By SIMON LEWIS
He says his new British tour will be a ‘hilarious and emotional ride through his life via song and dance’. If it’s half as entertaining as this interview, we’ll take a season ticket…
There’s a 2007 book entitled Did David Hasselhoff End The Cold War? I’ve just shown it to the man in question, in a chilly canteen by a north London canal. He puts down his plastic coffee cup and eyes it suspiciously.
‘Is it supposed to be a joke?’
Actually, no. The book makes the point that Hasselhoff’s 1989 song Looking For Freedom (No 1 in the West German charts for eight weeks) was heard by East Germans on the radio and became a symbol for what they didn’t have. Hasselhoff brightens.
‘Well, everybody made a big joke of it,’ he beams.
‘A silly magazine called the National Enquirer said I was upset there was no picture of me at Checkpoint Charlie. Completely fabricated. But as it turned out, I went to East Germany this year and they were saying, “Thank you for Mauerfall” – the fall of the Wall.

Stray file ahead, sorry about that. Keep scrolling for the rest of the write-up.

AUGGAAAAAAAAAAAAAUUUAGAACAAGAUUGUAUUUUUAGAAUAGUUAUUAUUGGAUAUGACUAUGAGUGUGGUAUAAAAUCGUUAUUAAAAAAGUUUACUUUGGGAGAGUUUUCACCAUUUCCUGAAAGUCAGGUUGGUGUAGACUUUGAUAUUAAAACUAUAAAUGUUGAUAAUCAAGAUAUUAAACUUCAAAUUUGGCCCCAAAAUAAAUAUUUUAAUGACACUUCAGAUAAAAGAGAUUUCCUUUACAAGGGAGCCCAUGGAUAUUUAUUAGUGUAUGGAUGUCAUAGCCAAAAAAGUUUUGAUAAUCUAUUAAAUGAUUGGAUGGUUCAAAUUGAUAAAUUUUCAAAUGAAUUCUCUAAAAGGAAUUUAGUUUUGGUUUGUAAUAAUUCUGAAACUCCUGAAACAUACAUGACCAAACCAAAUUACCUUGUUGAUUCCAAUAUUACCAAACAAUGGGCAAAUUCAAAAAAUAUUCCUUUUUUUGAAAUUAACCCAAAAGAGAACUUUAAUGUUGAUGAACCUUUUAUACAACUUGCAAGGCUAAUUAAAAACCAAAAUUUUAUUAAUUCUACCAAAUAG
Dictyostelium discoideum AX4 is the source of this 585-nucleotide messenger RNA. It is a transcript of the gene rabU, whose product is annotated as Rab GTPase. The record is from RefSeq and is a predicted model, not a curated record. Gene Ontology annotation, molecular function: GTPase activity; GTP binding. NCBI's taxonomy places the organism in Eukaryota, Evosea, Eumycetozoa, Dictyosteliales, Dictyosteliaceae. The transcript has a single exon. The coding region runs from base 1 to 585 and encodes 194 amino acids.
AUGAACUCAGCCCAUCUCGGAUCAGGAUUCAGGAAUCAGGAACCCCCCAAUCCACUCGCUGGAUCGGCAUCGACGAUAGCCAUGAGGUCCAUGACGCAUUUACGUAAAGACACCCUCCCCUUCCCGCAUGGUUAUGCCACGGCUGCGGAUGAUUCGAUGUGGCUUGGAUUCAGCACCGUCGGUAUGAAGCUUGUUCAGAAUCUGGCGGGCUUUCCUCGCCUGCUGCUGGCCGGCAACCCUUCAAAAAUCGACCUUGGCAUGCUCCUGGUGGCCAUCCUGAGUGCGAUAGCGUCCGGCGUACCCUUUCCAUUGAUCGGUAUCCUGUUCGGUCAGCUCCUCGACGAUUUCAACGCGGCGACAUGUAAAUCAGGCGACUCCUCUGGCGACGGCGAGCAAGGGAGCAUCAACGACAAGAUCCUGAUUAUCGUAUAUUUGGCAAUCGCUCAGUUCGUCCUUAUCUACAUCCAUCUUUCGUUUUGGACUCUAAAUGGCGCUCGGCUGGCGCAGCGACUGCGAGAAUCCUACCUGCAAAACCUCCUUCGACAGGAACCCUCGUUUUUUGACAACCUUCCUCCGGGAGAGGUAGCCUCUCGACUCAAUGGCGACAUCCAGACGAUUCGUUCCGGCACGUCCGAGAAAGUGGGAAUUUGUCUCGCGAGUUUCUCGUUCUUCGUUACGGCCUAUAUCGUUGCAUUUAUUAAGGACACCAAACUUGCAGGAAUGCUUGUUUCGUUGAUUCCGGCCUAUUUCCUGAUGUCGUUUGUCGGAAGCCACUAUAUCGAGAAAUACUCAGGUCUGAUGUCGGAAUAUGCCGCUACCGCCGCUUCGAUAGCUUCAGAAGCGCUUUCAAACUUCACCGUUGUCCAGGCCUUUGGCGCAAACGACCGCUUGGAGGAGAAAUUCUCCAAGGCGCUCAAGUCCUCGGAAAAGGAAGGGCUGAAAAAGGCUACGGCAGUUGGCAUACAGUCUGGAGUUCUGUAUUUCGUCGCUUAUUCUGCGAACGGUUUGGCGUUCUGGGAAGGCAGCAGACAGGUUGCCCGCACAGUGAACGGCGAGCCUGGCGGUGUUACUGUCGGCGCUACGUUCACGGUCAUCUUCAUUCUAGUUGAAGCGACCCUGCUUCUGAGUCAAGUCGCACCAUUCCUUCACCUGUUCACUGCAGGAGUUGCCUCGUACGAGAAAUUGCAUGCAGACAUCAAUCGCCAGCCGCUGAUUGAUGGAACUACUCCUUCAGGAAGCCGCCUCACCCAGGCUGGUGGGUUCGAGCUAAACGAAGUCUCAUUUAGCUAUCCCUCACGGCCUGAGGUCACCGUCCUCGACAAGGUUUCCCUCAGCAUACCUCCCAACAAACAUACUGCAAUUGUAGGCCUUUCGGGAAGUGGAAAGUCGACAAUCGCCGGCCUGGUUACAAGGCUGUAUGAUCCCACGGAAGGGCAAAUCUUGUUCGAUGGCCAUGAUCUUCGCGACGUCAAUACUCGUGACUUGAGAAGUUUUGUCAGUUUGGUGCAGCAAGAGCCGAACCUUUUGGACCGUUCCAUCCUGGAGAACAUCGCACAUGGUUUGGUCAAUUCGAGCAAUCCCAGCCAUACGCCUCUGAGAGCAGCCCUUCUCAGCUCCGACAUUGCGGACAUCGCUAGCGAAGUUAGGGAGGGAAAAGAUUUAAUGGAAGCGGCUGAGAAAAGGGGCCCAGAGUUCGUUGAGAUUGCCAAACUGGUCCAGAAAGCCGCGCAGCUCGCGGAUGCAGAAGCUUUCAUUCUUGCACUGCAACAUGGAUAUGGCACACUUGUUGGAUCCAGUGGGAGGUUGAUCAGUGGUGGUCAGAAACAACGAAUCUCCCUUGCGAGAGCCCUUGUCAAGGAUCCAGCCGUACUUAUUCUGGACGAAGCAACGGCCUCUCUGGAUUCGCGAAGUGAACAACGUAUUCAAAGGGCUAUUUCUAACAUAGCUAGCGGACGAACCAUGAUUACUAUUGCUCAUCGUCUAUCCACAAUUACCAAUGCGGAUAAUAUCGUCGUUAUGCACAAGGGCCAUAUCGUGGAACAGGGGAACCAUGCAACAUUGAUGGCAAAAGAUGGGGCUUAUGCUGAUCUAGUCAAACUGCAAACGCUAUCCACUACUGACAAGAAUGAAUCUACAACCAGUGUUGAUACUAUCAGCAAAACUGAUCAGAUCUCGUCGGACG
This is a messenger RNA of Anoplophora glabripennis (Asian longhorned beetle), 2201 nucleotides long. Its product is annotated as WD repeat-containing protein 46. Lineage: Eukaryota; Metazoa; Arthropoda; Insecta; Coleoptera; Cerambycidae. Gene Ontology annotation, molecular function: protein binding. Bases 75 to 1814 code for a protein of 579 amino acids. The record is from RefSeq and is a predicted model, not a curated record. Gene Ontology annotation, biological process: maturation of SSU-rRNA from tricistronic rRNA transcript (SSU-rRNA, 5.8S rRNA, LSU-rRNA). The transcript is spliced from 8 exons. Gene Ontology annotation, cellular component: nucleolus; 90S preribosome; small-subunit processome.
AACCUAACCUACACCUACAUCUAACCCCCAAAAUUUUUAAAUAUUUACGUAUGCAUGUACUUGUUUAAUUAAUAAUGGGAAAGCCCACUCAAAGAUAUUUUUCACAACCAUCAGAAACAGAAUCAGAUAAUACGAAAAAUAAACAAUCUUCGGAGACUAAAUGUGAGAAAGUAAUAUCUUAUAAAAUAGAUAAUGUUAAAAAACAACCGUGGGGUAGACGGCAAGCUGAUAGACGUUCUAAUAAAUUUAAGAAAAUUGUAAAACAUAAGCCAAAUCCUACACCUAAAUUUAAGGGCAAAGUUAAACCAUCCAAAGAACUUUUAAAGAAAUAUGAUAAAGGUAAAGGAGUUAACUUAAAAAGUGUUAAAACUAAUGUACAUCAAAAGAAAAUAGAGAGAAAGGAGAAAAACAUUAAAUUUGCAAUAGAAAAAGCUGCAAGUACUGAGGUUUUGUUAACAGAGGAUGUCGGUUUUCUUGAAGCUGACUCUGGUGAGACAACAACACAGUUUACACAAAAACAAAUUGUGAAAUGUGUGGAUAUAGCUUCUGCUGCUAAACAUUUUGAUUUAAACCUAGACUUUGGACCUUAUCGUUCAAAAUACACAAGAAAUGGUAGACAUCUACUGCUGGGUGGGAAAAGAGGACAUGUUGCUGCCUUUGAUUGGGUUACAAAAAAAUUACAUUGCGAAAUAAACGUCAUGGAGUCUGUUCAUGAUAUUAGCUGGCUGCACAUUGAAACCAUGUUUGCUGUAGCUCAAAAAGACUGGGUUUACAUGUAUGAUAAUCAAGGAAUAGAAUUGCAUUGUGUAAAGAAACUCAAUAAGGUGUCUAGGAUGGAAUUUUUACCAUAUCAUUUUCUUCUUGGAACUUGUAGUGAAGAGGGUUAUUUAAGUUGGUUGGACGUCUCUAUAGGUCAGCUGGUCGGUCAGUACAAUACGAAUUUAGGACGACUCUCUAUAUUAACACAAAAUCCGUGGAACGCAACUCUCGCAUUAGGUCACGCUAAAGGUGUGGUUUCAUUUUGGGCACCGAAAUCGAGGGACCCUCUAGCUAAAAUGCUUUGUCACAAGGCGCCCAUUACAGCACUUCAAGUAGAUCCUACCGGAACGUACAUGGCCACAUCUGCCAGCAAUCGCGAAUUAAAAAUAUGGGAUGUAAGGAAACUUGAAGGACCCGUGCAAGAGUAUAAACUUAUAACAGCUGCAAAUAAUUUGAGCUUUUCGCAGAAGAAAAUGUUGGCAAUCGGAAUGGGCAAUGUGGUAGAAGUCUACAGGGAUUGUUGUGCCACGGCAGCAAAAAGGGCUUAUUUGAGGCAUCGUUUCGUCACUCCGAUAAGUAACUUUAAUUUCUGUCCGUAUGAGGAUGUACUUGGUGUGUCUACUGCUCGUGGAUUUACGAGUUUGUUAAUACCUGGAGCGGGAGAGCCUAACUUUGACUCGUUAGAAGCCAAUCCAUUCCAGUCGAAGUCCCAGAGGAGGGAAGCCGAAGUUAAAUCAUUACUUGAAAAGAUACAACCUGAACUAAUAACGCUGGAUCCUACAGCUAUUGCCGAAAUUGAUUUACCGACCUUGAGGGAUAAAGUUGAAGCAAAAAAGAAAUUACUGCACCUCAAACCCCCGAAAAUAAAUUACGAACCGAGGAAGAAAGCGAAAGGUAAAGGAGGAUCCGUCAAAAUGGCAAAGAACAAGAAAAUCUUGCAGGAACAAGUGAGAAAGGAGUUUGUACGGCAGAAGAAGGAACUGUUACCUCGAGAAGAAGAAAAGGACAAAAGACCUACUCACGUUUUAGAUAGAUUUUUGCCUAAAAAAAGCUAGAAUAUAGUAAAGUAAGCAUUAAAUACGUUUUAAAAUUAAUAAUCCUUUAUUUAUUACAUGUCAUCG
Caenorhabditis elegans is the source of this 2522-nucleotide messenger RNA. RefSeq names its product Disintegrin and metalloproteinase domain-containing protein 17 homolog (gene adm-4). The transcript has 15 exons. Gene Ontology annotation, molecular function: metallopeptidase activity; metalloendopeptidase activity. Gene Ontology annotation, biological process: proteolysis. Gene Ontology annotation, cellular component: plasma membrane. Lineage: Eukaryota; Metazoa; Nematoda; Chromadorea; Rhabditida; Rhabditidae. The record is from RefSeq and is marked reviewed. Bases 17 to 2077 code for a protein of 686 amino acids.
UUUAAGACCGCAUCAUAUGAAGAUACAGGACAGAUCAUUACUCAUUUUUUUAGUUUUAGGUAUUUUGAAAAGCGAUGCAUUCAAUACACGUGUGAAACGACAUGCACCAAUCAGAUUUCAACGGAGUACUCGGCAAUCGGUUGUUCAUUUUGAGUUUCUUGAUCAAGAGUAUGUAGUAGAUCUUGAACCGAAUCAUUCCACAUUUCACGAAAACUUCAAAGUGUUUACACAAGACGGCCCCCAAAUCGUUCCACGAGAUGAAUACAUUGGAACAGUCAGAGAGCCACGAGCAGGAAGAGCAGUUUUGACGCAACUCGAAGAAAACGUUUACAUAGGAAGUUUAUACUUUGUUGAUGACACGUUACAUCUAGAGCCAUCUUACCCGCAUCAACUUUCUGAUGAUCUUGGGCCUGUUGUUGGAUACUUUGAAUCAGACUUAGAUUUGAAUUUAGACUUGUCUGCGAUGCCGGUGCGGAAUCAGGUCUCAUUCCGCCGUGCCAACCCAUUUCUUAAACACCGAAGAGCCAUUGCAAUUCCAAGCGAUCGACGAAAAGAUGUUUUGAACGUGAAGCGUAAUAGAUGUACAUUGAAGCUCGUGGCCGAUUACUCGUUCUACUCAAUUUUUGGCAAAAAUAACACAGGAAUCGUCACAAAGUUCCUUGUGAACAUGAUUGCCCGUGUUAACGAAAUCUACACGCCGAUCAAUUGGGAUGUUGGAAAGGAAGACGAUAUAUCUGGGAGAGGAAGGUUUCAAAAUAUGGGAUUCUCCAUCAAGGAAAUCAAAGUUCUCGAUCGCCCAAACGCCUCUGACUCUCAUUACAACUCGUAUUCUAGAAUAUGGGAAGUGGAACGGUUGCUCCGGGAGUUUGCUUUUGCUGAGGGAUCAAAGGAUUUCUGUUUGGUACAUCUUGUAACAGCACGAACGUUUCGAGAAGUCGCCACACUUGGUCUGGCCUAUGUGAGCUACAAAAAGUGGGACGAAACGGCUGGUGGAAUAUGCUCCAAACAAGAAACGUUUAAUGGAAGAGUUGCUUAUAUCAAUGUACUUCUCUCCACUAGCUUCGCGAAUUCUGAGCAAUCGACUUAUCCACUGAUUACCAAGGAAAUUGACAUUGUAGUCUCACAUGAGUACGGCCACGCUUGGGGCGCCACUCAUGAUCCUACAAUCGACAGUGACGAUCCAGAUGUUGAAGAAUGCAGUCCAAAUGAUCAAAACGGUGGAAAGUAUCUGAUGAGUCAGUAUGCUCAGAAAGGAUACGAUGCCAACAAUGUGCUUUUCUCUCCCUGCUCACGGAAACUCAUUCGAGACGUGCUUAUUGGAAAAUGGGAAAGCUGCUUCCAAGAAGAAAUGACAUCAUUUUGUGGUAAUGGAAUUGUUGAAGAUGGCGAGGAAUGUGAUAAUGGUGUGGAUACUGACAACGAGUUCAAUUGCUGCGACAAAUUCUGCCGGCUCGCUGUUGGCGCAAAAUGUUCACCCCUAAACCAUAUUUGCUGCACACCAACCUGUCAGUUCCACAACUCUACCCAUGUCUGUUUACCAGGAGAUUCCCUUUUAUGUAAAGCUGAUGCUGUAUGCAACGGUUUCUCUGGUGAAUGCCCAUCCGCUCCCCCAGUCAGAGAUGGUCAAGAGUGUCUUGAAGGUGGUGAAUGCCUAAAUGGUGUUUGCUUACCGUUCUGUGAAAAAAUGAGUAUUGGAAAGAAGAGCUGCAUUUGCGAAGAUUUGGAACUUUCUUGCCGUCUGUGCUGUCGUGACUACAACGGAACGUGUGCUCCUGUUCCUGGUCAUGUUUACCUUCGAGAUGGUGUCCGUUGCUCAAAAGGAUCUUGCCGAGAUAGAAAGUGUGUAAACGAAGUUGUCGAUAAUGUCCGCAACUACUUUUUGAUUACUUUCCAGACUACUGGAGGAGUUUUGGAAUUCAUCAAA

‘I thought they were kidding. But they said, “Do you realise that the first English words out of our mouths were ‘I’ve been looking for freedom’?
‘We were behind the Wall and we could not speak English, but we heard this song about freedom.” It was a psychological boost for everybody. It sold 11 million copies. One man can make a difference – that was the Knight Rider motto. And I did! I felt like a spy!’
It may sound odd for a 59-year-old man in a leather jacket, white vest and reading glasses drinking from a plastic cup to be holding forth about ending the Cold War. But you’d expect nothing less from David Hasselhoff: actor, singer, raconteur, talent-show judge, pantomime villain (Captain Hook at the Bristol Hippodrome) and all-round force of nature. We’re here because he’s touring a one-man show called An Evening With David Hasselhoff. Shall we crack on?
‘Crack on, baby! Crack on.’
What’s in the show?